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CAUT Bulletin Archives

October 2004

Mathematician Caught in 'War on Terror' Dragnet

A mathematics professor at the University of Alberta had a rude awakening recently while traveling to a conference in Chicago. James Lewis arrived at the Edmonton airport Sept. 15 with an electronic ticket and tried to get his boarding pass from a machine using his Aeroplan card, but his attempts were unsuccessful. When he approached an Air Canada agent, he was told he was refused carriage because of a "security issue" involving his interline travel to the United States. His passport was then taken to a supervisor, who got him on his flight to Toronto.

In Toronto, he met with the same obstacles. He needed approval from an airline supervisor to get a boarding pass on the United Airlines flight to Chicago. Then he was delayed in customs clearance when he was interrogated by a U.S. Customs and Immigration officer who asked him, among other questions, whether he had ever been arrested, and if he had ever been asked those kinds of questions before. When Lewis said "no," the officer went to speak with a senior supervisor. The U.S. customs official eventually allowed Lewis to pass through, but not long after, the flight to Chicago was cancelled due to weather conditions and Lewis was forced to stay in Toronto overnight.

The next morning, he went through U.S. Customs and Immigration again, and enquired what the problem was. He was told, "We can't tell you."

In Chicago, he tried to find out more about the situation. He called the Canadian Passport office, and was told his passport was "clean" with Canada. He called up the Canadian Consulate in Chicago. They told him it was "a U.S. problem," and couldn't help him.

Lewis, who had a vague memory of a news item about U.S. Senator Edward Kennedy being stopped at U.S. airports, went on an Internet search. Using Google, he learned that Kennedy had been refused carriage under a "no-fly" list maintained by the American Transportation Administration, using names given to it by the FBI and intelligence agencies. He also discovered that two other men with the name "John Lewis" had been pulled aside at airports in the U.S. because they had a name similar to someone on the list.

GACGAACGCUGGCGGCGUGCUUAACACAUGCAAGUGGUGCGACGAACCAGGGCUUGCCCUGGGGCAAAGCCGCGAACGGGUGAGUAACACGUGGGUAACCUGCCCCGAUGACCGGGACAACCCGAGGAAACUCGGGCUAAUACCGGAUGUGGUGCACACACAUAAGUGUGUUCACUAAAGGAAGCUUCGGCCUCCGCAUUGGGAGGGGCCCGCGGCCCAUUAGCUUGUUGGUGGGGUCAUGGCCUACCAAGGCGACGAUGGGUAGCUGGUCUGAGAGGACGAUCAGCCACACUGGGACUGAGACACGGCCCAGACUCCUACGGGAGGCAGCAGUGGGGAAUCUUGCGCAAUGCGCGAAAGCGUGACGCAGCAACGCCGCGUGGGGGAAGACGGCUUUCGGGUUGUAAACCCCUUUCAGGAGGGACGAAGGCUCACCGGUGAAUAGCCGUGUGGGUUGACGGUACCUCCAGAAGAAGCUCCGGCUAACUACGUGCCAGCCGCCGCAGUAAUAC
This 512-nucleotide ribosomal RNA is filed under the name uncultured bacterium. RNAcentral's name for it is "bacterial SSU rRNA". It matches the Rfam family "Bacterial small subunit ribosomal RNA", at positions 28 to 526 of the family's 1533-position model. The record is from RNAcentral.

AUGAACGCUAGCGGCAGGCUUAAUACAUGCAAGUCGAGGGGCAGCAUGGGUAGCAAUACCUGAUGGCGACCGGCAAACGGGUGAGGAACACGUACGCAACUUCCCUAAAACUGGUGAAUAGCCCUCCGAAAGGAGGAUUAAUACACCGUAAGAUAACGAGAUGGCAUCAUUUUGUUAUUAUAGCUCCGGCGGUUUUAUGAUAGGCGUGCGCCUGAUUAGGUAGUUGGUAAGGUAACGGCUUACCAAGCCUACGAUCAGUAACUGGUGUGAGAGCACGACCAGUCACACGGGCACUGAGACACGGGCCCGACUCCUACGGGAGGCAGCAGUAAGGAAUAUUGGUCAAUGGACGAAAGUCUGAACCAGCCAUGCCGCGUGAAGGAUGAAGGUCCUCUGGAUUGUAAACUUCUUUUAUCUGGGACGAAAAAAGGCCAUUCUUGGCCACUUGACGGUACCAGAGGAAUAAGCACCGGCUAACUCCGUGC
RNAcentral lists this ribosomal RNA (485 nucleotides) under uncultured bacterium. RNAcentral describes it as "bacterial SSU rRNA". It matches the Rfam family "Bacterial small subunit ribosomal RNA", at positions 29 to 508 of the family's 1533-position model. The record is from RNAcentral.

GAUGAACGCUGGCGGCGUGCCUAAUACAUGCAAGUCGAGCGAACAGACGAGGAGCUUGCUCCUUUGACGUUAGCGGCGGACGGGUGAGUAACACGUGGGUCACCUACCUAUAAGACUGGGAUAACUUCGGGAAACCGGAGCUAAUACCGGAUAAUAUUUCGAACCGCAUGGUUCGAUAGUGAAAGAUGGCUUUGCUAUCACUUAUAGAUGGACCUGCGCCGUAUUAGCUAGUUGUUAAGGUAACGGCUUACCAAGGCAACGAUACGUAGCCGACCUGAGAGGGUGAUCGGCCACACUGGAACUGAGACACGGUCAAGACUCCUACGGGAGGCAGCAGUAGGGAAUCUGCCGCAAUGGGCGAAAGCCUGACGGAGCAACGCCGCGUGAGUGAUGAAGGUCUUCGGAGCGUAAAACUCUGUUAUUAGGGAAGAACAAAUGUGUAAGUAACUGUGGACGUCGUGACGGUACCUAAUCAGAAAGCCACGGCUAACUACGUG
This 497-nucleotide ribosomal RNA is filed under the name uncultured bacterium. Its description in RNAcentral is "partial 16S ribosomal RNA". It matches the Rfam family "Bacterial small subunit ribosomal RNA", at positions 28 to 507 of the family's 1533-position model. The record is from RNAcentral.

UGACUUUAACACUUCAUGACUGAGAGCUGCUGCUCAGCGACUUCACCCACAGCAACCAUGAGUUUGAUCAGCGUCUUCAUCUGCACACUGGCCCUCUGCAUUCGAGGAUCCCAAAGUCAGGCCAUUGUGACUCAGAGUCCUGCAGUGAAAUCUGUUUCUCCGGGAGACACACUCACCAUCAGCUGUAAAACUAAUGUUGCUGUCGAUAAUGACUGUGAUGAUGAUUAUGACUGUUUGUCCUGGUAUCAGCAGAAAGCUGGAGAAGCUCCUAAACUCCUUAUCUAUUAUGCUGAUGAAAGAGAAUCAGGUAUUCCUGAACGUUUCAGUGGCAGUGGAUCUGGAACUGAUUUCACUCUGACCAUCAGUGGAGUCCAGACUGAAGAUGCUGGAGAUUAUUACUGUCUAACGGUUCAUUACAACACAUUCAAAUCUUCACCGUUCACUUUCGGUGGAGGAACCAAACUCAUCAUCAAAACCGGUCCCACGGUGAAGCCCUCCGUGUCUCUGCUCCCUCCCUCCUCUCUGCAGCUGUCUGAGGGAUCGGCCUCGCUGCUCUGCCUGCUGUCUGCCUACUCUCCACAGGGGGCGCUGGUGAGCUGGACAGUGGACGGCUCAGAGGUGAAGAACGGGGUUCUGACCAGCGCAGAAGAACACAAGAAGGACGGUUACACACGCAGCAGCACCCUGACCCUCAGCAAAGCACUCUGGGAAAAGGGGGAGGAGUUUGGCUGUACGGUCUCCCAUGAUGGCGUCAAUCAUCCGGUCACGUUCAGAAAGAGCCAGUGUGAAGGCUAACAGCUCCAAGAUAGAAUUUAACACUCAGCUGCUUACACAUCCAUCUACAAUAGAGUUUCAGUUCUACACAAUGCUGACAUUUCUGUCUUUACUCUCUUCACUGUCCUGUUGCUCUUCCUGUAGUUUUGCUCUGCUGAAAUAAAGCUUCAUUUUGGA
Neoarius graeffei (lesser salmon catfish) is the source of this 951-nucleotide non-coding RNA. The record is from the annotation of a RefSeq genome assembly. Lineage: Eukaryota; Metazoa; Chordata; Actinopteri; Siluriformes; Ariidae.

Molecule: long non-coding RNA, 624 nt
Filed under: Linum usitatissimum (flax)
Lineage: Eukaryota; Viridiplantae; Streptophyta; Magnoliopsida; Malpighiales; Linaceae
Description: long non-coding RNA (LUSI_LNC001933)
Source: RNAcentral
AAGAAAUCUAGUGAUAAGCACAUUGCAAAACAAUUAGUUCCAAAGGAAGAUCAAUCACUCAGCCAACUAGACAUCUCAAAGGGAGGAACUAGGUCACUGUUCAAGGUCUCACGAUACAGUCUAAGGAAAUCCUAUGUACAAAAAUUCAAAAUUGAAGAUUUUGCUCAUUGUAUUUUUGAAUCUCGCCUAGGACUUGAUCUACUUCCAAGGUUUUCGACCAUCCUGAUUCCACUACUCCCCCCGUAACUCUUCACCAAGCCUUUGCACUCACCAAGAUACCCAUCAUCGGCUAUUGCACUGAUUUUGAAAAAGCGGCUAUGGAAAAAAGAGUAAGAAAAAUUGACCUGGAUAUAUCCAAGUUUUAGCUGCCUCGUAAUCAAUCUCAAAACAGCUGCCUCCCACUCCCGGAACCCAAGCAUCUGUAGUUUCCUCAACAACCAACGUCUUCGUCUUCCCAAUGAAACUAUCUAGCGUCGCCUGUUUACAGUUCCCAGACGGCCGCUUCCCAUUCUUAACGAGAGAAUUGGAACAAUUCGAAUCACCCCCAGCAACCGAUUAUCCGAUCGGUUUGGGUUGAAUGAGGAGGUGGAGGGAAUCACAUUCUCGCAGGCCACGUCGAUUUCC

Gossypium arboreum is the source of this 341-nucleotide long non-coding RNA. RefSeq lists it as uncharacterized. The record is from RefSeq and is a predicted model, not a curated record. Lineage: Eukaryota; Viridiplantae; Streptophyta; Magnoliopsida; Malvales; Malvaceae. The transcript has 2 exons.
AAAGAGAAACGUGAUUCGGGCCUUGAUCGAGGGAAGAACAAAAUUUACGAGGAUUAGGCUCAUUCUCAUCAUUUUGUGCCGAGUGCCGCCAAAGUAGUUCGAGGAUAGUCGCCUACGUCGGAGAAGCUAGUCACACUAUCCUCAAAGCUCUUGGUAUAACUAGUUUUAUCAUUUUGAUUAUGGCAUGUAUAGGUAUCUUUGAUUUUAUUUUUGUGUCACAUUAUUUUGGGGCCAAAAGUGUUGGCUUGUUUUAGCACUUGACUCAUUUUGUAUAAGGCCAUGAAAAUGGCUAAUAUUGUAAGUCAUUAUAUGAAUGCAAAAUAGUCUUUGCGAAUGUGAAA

Not much is known about the list, as the U.S. government has refused requests under freedom of information to disclose the list's specific purpose, or the criteria under which names appear on the list.

The "no-fly" list is a product of the post 9/11 security agenda in the U.S., but it's not clear its purpose is limited to anti-terrorism, or if it also serves an ordinary law enforcement agenda.

It has been used politically by government agencies. Peace and environmental activists with no links to terrorism have been stopped from flying in the U.S., and in Canada, an editorial cartoonist critical of U.S. and Israeli policies has been among those who have been stopped.

The U.S. Transportation Security Commission keeps no records of the number of passengers denied boarding or delayed by the list, or of the number of people mistakenly on the list or mistakenly taken aside. But, like other watch lists created after 9/11, anecdotal evidence suggests the "no-fly" list is riddled with wrongly flagged travellers and misspelled names, and often lacks sufficient information to verify the identity of an individual listed.

As Lewis told the Bulletin, "If I can be stopped, anyone can. And, if someone with a white Anglo-Saxon name like me is having problems, how much worse is it for people with Muslim names?"

Tenaciously, while still at the conference in Chicago, Lewis found the number of the TSA ombudsman and called the office. He was told he would be sent forms, which would allow him to apply to get his name off the list.

Lewis said he's not confident of his success when it took Kennedy, a member of Congress and one of the best-known American politicians, several weeks to get off the list after a series of phone calls to Homeland Security chief Tom Ridge.

"I'm not optimistic," Lewis said. "Although the people I dealt with while trying to get into the States were cooperative, there is still the likely possibility of encountering someone more zealous. Someone who thinks being on the list means I'm a criminal or terrorist.

"It's a very scary prospect. What does this mean for my future travel, even outside the U.S.? This could turn into a horror story for me. Imagine travelling home from Mexico via the U.S. and having to go through a Spanish interpreter, or getting pulled aside in another place whose judicial system requires that the burden of proof of one's innocence rests with the accused?"